Obviously, Bhala is an exceptional faculty member with a tremendous academic and teaching background. However, he is not alone.

Unfortunately, this story of excellence at KU has not been told nor is it adequately appreciated or understood by state legislators or even some members of the Kansas Board of Regents.

Over the last 15 years or so, officials in Strong Hall have done a poor and ineffective job of telling the KU story. This is one of the principal reasons KU finds itself in its current position with poor faculty morale, unhappiness and frustration among growing numbers of alumni, cuts in state funding and growing concern about leadership and the future of the university.

People like Bhala at KU and KU Medical Center, as well as the entire state, need and deserve better leadership, vision and inspiration.


yourworstnightmare 6 years, 5 months ago

A nice column, Mr. Simons.

The leadership at KU over the last three decades has allowed KU to slip into mediocrity, and have not done what it takes to keep a research university at the leading front.

Not only do KU administrators (and many faculty) not recognize and support excellence, in fact there is even an anti-excellence mood at KU. Excellent and successful faculty are actively "kept down", lest they make the mediocre look, well, mediocre.

Until strong leaders emerge who will reverse this trend, who will set high standards, reward excellence, and work against mediocrity, KU will continue to slip.

As for Professor Bhala, one appearance on the Daily Show or Colbert Report, and he will be off to a far superior institution where his talents are recognized and rewarded.

voevoda 6 years, 5 months ago

Prof. Bhala is certainly a credit to KU, especially because of his willingness to tackle a controversial subject in a dispassionate manner. But I disagree that KU faculty morale is low because "officials in Strong Hall have done a poor and ineffective job of telling the KU story." A lot of the KU administrations are doing the best they can in this regard, and the faculty know it. But there is too much stacked against them: A governor who is actively dismantling public education, who has rejected the arts as an area of public activity, who has reduced tourism to hunting, who invoked ecology only to prevent the development of wind energy, who has made the state the laughingstock of the nation with its peculiar legislation (coupled with the antics of state officials from his party). KU has been woefully underfunded for decades, so that faculty salaries, financial support for students, and research funding all trail well behind peer public universities. The Kansas public prefers that KU be cheap, rather than it be excellent (except in basketball). Add this to the anti-intellectualism that is rampant on the political right, and it's a perfect storm for a decline in the quality of KU. The Lawrence Journal-World is part of the problem, Mr. Simons, when it complains about tuition, repeats the canards that most KU faculty are mediocre and lazy, and endorses candidates for public office who are unsympathetic to public education.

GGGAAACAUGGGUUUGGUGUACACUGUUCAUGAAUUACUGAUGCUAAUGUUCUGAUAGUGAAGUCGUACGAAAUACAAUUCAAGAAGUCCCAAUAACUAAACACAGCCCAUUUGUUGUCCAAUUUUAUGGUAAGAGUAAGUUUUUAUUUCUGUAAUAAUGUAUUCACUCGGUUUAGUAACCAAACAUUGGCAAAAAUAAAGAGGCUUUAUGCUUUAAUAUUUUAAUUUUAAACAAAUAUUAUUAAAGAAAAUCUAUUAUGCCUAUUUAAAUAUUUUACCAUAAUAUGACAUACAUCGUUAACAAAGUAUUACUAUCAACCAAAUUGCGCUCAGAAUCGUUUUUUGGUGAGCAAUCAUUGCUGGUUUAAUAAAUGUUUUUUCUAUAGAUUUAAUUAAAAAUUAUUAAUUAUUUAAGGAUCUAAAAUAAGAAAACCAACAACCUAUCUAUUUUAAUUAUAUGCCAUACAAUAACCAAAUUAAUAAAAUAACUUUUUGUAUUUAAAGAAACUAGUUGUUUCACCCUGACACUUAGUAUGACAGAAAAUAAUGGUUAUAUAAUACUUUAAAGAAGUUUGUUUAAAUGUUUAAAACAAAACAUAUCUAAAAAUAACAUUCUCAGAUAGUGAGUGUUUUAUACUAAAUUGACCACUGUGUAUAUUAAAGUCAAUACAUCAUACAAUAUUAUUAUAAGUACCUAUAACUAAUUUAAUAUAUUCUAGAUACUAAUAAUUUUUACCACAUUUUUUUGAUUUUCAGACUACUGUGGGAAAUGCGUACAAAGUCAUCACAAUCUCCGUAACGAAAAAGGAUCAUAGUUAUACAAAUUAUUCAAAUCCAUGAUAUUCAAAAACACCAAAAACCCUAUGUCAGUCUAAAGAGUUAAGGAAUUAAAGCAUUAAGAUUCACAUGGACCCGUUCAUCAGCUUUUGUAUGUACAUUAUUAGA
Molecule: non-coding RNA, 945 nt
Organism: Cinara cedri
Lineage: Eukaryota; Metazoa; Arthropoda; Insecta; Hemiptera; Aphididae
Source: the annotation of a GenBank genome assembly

Bob Forer 6 years, 5 months ago

KU Law used to have a nice handful of nationally known legal scholars.

Among them:

Ray Goetz, "The Kingsfield of Kansas" and a nationally known labor law expert. He passed away a few years back several years after retiring. He was one of the national masters in the Socratic Method.

Barkley Clark--A wonder in Commercial Law. He left for greener pastures.

Martin Dickinson--Tax law and estate planning. Retired, I believe.

Larry Velvel--now Dean of U of Mass law school. He left after a short time decades ago because of the ultra-conservative climate in Kansas . Bob Casad--A top expert in civil procedure, now retired.

Paul Wilson--Defended the State of Kansas in Brown v. Board of Education.

Sadly, these hugely talented scholars and teachers have not been replaced by faculty of like caliber. The star has fallen a bit on KU Law in the last twenty years.

equalaccessprivacy 6 years, 5 months ago

Kansas University prides itself on being second to no other university in the aggressive retaliatory actions it takes against those who tell the truth about its dishonest and incompetent Human Resources staff. Given the poor quality of its Office of General Counsel little chance exists it could boast capable legal scholars.